Saturday, February 21, 2009
The pictures are a shot of reality when compared with Google's local map, which leads visitors into a couple of dead-ends. If you browse around the university with maps.google.com, you get a map that ignores several years of campus construction and omits the campus entrance at Jefferson and Fairfax streets.
Ask for the School of Communication offices at 702-704 Fairfax St., and instead of a straight route down Jefferson, you get wild goose chase directions down the wrong ends of former cross-streets Adams or Fairfax, which have been campus cul de sacs since before I got here.
With the addition of street-level photos, Google's Rt. 177 (Tyler Avenue) map shows an Oscar-like golden figure you drag to the roadway for a street-view color photo. The photo above clearly shows the campus gates where Tyler meets Jefferson -- an intersection the map version underneath insists does not exist, the gray swath in front of the forlorn golden guy.
In another Radford reality check, at the foot of Tyler Avenue you can enlarge the T-intersection's photo just enough to see a street sign saying "East Main" while the map insists you are turning onto "Norwood Street." (Maybe that was its name once?)
I hadn't noticed the local street-level pictures until a student pointed them out in class last week. I'm not sure how long they have been online, but I estimate they were taken last summer, since they still show the much-missed Joe's Diner, whose site has been a vacant lot for six months.
Google's photos show only Tyler and part of East Main; the drive-by shooters apparently crossed the New River and never came back, but you can trail them into Pulaski. The City of Radford, meanwhile, has an online Geographic Information System that provides up-to-date maps. No street-level pictures, but it has more detailed aerial photos than Google. See City of Radford GIS or www.radford.va.us/BasicGIS/
Footnote: Yes, I'll mention my headline when we have class discussions of yellow journalism.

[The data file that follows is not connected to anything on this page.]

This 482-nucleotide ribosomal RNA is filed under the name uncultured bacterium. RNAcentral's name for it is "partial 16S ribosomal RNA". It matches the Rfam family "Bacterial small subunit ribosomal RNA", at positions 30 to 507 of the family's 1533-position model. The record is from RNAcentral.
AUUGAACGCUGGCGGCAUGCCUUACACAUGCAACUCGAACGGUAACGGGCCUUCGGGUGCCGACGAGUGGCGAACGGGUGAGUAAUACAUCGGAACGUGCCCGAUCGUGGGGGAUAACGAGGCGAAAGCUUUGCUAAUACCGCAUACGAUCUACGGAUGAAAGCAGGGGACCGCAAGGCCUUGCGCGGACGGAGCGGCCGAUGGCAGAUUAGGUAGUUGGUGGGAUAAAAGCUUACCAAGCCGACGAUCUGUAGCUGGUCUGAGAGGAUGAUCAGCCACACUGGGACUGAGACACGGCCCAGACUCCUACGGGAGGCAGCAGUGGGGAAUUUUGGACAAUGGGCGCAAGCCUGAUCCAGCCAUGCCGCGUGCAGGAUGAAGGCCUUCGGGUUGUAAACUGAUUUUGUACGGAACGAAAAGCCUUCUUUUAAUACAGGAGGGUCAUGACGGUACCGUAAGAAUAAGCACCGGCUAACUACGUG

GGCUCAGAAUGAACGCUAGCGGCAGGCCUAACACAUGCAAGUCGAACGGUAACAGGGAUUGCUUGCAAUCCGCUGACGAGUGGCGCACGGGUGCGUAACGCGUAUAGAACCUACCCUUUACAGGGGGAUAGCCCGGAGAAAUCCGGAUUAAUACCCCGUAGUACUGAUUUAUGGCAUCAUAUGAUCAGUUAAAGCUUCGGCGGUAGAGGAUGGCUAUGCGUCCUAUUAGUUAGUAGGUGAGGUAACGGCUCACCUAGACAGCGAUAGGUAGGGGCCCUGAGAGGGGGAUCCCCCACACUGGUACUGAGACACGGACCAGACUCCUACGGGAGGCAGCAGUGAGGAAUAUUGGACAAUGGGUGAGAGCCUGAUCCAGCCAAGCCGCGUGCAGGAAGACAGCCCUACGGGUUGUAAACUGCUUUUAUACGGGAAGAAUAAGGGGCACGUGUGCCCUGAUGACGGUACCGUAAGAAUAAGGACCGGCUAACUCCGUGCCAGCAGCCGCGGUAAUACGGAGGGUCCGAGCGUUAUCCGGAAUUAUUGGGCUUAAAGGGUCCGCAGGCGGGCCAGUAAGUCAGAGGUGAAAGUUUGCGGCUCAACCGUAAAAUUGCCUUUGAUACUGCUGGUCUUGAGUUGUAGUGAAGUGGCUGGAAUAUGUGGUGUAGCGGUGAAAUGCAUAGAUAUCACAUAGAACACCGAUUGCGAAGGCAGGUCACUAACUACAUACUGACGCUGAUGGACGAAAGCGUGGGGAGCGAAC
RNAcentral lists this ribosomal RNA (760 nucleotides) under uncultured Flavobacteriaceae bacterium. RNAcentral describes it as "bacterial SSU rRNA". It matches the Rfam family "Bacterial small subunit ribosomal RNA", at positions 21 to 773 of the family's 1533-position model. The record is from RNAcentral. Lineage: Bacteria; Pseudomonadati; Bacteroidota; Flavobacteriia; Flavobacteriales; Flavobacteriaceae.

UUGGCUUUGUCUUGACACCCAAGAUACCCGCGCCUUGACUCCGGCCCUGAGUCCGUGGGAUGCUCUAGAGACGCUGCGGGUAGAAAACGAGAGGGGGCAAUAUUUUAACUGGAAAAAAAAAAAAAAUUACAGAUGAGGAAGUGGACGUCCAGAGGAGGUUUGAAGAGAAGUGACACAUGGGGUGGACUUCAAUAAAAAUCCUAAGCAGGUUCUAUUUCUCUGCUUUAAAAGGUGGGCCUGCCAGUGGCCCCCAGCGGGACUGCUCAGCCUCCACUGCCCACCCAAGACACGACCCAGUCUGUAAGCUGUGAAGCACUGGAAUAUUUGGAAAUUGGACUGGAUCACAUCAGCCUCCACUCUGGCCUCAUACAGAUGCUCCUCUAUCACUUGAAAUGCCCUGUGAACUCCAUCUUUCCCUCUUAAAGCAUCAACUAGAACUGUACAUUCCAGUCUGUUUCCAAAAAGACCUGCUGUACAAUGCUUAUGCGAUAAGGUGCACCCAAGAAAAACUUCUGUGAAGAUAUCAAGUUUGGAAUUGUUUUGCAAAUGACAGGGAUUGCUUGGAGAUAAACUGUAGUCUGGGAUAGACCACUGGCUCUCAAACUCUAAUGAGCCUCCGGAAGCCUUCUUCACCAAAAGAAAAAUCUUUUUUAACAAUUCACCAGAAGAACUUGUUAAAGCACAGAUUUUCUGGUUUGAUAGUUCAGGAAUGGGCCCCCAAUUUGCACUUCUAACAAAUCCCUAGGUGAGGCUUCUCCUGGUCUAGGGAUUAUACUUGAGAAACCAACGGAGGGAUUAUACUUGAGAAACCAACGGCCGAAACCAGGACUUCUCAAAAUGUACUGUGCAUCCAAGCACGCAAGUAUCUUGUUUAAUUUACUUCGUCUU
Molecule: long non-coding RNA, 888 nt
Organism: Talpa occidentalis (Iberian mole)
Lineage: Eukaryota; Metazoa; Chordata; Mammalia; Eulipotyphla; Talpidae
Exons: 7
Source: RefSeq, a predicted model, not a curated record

Tuesday, February 17, 2009
New Ways to Read the Times
NYTimes.com has an experimental new interface intended to simulate Sunday Times tabletop browsing.
Says the FirstLook blog:
"Here at The Times, we often hear a common story of usage from our customers: Reading the Sunday Times, spreading out the paper on a table while eating brunch. For many of our customers, this ritual is fundamental to their enjoyment of the weekend, and its absence would be jolting.
"With this in mind, we present an as-yet-unnamed article skimmer. Think of it as an attempt to provide the Sunday Times experience anytime. Of course, there are parts we can’t replicate: the satisfying crinkle of the paper; the circular stain of your coffee; the smell of newsprint."
The prototype ArticleSkimmer gives you 17 "section" pages, each a 5x4 display of story summaries in 19 boxes -- one double-size at the top. You browse from section to section with the space bar and can choose stories with the mouse or a keyboard shortcut.
Hold down the letter "a" for "article," and numbers appear in all the story boxes. Type the number to load a story. (I learned about the shortcuts by clicking a question mark at the top of the page.)
It's fast. It's easy. It's free, and no ads jump out at you until you go to a story page. Presumably "monetizing" this interface somehow will come along if the word "prototype" drops out of the address.
If the traditional newspaper section names (World, U.S., Politics, Technology, Sports etc.) aren't your style, try Dave Winer's "river of news" approach, the time-stamped latest items from Times RSS feeds, at nytimesriver.com
(Dave's blog, Scripting News, is where I heard about the Times article skimmer item.)
Related -- the Times also has expanded the ways that Web developers can make use of Times material. For an only slightly technical discussion, see this Poynter.com column on what the developers call the Times Article Search API.
Sunday, February 15, 2009
New media tools Sprouting on Web
Thanks to a Facebook post by Paul Jones at UNC, I'm taking a first look at Sprout Builder, a Web2.0 tool for sharing multimedia content.
Paul pointed to some Sprouts by Howard Rheingold, whom I expect to be ahead of the curve and teaching about it. I also see that Sproutbuilder is already in use by Gannett newspapers, so here's my first attempt at embedding a Sprout in Blogger: